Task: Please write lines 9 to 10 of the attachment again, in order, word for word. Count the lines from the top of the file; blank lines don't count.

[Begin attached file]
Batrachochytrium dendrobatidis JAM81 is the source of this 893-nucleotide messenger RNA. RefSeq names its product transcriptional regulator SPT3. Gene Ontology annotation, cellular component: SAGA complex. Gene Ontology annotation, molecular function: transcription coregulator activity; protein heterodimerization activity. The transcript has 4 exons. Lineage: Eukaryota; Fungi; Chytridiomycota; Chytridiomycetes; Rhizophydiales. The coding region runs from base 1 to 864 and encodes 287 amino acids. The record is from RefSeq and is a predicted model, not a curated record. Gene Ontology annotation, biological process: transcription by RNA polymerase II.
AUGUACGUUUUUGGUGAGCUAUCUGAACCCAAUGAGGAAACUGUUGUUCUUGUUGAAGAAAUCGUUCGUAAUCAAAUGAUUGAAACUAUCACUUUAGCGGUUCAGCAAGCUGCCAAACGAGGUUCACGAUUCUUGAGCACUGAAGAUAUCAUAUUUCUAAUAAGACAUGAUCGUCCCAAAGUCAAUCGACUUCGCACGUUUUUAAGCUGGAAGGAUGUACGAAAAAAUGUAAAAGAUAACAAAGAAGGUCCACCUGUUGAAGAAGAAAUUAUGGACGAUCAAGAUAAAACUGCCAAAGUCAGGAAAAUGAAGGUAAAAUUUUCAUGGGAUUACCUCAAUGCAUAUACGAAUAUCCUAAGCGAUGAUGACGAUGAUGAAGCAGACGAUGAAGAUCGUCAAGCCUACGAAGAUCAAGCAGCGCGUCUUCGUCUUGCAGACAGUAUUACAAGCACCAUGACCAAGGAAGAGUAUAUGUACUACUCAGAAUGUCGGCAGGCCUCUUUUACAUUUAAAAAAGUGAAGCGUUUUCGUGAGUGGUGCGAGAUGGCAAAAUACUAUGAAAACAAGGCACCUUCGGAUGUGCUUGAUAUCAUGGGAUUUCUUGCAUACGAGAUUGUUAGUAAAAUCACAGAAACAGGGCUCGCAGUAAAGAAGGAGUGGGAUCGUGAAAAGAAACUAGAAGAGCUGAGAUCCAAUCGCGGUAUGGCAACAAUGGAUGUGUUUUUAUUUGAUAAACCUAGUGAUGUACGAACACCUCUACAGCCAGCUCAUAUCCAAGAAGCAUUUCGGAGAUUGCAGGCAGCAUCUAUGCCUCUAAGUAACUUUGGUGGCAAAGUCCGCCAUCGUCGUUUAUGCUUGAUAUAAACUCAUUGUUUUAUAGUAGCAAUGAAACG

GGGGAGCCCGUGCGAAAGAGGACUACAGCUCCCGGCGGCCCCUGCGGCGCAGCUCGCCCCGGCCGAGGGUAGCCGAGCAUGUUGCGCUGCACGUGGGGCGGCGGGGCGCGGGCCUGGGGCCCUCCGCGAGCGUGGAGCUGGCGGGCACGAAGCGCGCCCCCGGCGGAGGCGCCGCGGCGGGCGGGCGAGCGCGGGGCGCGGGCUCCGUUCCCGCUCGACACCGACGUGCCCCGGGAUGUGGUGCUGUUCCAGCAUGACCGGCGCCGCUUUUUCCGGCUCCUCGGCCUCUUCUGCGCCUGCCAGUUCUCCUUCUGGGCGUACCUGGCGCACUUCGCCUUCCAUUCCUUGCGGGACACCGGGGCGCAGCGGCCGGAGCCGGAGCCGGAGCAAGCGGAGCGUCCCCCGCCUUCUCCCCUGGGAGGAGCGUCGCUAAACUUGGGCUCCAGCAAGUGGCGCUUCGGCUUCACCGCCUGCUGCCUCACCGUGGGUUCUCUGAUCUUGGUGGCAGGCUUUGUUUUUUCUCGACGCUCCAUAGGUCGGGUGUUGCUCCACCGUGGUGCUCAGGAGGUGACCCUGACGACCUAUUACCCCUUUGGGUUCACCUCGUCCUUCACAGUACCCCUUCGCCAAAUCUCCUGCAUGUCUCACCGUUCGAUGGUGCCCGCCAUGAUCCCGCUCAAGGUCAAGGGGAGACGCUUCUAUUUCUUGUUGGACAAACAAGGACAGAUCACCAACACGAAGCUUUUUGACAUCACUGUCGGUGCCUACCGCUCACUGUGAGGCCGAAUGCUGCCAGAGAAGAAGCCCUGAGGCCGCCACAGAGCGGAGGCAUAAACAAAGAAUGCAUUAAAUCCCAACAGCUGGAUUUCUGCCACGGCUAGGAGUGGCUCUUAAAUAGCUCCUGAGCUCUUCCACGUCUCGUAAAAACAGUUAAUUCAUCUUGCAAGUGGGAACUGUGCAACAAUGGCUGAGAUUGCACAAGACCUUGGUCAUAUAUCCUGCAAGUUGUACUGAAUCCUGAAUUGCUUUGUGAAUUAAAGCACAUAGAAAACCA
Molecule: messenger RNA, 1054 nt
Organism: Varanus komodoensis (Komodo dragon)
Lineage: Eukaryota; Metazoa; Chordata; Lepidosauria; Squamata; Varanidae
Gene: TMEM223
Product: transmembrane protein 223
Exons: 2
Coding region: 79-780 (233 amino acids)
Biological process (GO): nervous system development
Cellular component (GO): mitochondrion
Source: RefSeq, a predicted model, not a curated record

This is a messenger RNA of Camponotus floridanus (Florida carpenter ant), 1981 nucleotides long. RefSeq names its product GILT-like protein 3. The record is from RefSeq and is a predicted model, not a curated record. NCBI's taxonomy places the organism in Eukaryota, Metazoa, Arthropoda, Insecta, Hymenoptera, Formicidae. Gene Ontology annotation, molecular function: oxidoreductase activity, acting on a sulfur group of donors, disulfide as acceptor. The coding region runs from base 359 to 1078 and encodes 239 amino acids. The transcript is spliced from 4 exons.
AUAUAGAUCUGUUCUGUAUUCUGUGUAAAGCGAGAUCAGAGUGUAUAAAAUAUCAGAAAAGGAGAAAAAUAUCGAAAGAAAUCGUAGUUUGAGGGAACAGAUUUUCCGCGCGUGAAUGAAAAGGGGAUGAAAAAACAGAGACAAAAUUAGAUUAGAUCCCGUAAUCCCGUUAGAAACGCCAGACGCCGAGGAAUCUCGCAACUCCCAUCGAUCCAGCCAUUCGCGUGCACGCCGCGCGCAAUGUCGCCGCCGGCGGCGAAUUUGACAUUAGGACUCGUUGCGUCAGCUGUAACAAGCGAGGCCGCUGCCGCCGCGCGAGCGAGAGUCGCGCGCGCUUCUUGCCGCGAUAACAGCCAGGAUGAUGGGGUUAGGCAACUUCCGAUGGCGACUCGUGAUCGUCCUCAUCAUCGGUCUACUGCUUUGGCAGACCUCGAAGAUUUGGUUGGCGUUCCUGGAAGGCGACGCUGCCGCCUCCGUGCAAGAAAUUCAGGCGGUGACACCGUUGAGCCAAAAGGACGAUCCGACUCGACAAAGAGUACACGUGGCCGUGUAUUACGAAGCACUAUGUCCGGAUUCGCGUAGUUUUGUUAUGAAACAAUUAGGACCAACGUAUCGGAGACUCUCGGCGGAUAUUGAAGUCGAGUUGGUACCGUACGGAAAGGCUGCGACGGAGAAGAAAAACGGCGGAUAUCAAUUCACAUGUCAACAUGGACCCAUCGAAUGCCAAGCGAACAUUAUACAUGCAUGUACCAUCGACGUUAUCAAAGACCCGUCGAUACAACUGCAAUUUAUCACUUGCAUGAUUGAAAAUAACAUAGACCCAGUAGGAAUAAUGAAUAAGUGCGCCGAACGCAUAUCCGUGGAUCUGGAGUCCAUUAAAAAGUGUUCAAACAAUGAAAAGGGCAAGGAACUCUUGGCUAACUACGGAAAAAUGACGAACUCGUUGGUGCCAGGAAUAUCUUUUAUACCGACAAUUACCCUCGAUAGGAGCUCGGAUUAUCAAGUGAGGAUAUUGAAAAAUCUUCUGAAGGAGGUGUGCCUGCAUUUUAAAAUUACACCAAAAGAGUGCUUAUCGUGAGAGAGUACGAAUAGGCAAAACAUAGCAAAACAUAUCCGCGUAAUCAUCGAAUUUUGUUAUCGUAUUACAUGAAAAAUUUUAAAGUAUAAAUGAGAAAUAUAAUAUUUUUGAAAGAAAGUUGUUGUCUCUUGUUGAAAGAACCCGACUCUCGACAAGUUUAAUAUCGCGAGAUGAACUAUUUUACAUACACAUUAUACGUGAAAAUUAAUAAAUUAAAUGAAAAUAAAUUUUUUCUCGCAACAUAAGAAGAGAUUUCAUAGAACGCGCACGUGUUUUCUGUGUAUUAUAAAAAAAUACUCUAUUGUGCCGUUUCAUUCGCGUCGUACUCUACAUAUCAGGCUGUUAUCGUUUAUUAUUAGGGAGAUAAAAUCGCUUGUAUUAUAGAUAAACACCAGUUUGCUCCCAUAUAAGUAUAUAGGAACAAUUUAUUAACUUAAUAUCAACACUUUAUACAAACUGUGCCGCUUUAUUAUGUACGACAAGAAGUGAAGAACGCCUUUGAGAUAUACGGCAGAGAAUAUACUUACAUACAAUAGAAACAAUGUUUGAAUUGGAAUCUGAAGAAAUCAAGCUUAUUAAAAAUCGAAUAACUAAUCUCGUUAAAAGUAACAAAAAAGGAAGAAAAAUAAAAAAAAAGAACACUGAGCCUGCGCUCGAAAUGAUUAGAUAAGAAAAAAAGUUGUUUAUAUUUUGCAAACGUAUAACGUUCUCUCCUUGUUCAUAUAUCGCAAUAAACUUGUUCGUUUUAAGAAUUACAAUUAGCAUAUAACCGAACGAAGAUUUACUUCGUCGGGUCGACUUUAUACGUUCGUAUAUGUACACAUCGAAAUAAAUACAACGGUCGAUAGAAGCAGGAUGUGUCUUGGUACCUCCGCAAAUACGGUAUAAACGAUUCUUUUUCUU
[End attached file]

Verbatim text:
Exons: 2
Coding region: 79-780 (233 amino acids)